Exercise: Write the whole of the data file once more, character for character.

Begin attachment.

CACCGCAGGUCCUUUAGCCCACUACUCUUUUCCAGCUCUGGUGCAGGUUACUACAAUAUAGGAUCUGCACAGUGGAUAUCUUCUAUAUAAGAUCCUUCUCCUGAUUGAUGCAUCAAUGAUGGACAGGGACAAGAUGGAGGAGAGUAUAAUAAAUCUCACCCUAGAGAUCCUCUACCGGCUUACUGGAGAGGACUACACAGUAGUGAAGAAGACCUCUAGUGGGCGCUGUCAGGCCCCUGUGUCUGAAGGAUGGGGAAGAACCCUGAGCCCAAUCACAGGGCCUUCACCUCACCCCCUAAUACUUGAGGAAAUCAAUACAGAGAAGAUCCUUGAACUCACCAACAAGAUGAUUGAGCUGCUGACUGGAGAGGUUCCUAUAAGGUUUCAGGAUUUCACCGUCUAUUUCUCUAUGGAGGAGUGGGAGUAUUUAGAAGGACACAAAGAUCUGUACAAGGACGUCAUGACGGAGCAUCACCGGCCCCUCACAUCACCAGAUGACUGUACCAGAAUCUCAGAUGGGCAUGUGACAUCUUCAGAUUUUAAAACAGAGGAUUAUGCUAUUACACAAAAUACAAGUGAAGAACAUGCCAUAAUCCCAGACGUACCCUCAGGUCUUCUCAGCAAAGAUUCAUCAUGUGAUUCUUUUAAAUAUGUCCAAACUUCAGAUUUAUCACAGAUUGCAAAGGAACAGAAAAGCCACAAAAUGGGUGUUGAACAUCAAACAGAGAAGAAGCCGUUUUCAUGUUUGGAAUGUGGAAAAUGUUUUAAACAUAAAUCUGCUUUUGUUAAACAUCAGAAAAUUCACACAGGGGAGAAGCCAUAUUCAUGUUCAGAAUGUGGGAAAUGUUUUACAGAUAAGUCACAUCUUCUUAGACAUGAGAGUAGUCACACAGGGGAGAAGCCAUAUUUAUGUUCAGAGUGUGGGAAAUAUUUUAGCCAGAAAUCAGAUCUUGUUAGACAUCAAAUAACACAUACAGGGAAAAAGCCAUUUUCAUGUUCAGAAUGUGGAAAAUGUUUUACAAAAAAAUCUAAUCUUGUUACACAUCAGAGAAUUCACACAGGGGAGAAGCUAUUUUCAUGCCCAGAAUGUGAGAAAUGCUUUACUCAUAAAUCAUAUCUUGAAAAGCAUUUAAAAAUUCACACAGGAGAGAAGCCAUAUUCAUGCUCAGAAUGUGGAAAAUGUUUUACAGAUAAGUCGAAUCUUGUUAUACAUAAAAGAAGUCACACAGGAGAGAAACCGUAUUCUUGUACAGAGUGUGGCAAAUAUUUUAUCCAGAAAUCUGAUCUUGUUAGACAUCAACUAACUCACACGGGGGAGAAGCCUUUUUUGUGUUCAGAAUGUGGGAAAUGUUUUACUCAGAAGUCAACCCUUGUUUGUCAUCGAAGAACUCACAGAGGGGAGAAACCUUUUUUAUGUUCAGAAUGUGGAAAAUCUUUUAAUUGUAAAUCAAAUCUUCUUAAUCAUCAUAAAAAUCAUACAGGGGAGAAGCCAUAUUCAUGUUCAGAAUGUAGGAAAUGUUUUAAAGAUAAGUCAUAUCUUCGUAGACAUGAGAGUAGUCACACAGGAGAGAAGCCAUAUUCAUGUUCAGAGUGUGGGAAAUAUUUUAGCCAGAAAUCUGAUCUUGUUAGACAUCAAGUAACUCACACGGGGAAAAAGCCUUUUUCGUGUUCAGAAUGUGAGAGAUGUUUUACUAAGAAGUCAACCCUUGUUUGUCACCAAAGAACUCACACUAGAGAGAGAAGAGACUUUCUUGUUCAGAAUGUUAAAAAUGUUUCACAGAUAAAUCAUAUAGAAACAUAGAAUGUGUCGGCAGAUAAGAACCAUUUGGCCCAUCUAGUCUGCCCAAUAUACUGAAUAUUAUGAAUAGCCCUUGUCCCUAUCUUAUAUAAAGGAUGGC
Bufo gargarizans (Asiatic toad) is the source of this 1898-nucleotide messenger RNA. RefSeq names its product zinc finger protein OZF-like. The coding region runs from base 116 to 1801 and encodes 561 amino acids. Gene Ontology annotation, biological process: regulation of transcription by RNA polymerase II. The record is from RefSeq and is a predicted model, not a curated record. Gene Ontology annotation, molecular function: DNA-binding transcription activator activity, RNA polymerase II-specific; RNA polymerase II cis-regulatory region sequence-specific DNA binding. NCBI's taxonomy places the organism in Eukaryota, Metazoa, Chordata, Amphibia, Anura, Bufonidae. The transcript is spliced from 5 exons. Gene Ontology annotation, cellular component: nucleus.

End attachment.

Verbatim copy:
CACCGCAGGUCCUUUAGCCCACUACUCUUUUCCAGCUCUGGUGCAGGUUACUACAAUAUAGGAUCUGCACAGUGGAUAUCUUCUAUAUAAGAUCCUUCUCCUGAUUGAUGCAUCAAUGAUGGACAGGGACAAGAUGGAGGAGAGUAUAAUAAAUCUCACCCUAGAGAUCCUCUACCGGCUUACUGGAGAGGACUACACAGUAGUGAAGAAGACCUCUAGUGGGCGCUGUCAGGCCCCUGUGUCUGAAGGAUGGGGAAGAACCCUGAGCCCAAUCACAGGGCCUUCACCUCACCCCCUAAUACUUGAGGAAAUCAAUACAGAGAAGAUCCUUGAACUCACCAACAAGAUGAUUGAGCUGCUGACUGGAGAGGUUCCUAUAAGGUUUCAGGAUUUCACCGUCUAUUUCUCUAUGGAGGAGUGGGAGUAUUUAGAAGGACACAAAGAUCUGUACAAGGACGUCAUGACGGAGCAUCACCGGCCCCUCACAUCACCAGAUGACUGUACCAGAAUCUCAGAUGGGCAUGUGACAUCUUCAGAUUUUAAAACAGAGGAUUAUGCUAUUACACAAAAUACAAGUGAAGAACAUGCCAUAAUCCCAGACGUACCCUCAGGUCUUCUCAGCAAAGAUUCAUCAUGUGAUUCUUUUAAAUAUGUCCAAACUUCAGAUUUAUCACAGAUUGCAAAGGAACAGAAAAGCCACAAAAUGGGUGUUGAACAUCAAACAGAGAAGAAGCCGUUUUCAUGUUUGGAAUGUGGAAAAUGUUUUAAACAUAAAUCUGCUUUUGUUAAACAUCAGAAAAUUCACACAGGGGAGAAGCCAUAUUCAUGUUCAGAAUGUGGGAAAUGUUUUACAGAUAAGUCACAUCUUCUUAGACAUGAGAGUAGUCACACAGGGGAGAAGCCAUAUUUAUGUUCAGAGUGUGGGAAAUAUUUUAGCCAGAAAUCAGAUCUUGUUAGACAUCAAAUAACACAUACAGGGAAAAAGCCAUUUUCAUGUUCAGAAUGUGGAAAAUGUUUUACAAAAAAAUCUAAUCUUGUUACACAUCAGAGAAUUCACACAGGGGAGAAGCUAUUUUCAUGCCCAGAAUGUGAGAAAUGCUUUACUCAUAAAUCAUAUCUUGAAAAGCAUUUAAAAAUUCACACAGGAGAGAAGCCAUAUUCAUGCUCAGAAUGUGGAAAAUGUUUUACAGAUAAGUCGAAUCUUGUUAUACAUAAAAGAAGUCACACAGGAGAGAAACCGUAUUCUUGUACAGAGUGUGGCAAAUAUUUUAUCCAGAAAUCUGAUCUUGUUAGACAUCAACUAACUCACACGGGGGAGAAGCCUUUUUUGUGUUCAGAAUGUGGGAAAUGUUUUACUCAGAAGUCAACCCUUGUUUGUCAUCGAAGAACUCACAGAGGGGAGAAACCUUUUUUAUGUUCAGAAUGUGGAAAAUCUUUUAAUUGUAAAUCAAAUCUUCUUAAUCAUCAUAAAAAUCAUACAGGGGAGAAGCCAUAUUCAUGUUCAGAAUGUAGGAAAUGUUUUAAAGAUAAGUCAUAUCUUCGUAGACAUGAGAGUAGUCACACAGGAGAGAAGCCAUAUUCAUGUUCAGAGUGUGGGAAAUAUUUUAGCCAGAAAUCUGAUCUUGUUAGACAUCAAGUAACUCACACGGGGAAAAAGCCUUUUUCGUGUUCAGAAUGUGAGAGAUGUUUUACUAAGAAGUCAACCCUUGUUUGUCACCAAAGAACUCACACUAGAGAGAGAAGAGACUUUCUUGUUCAGAAUGUUAAAAAUGUUUCACAGAUAAAUCAUAUAGAAACAUAGAAUGUGUCGGCAGAUAAGAACCAUUUGGCCCAUCUAGUCUGCCCAAUAUACUGAAUAUUAUGAAUAGCCCUUGUCCCUAUCUUAUAUAAAGGAUGGC
Bufo gargarizans (Asiatic toad) is the source of this 1898-nucleotide messenger RNA. RefSeq names its product zinc finger protein OZF-like. The coding region runs from base 116 to 1801 and encodes 561 amino acids. Gene Ontology annotation, biological process: regulation of transcription by RNA polymerase II. The record is from RefSeq and is a predicted model, not a curated record. Gene Ontology annotation, molecular function: DNA-binding transcription activator activity, RNA polymerase II-specific; RNA polymerase II cis-regulatory region sequence-specific DNA binding. NCBI's taxonomy places the organism in Eukaryota, Metazoa, Chordata, Amphibia, Anura, Bufonidae. The transcript is spliced from 5 exons. Gene Ontology annotation, cellular component: nucleus.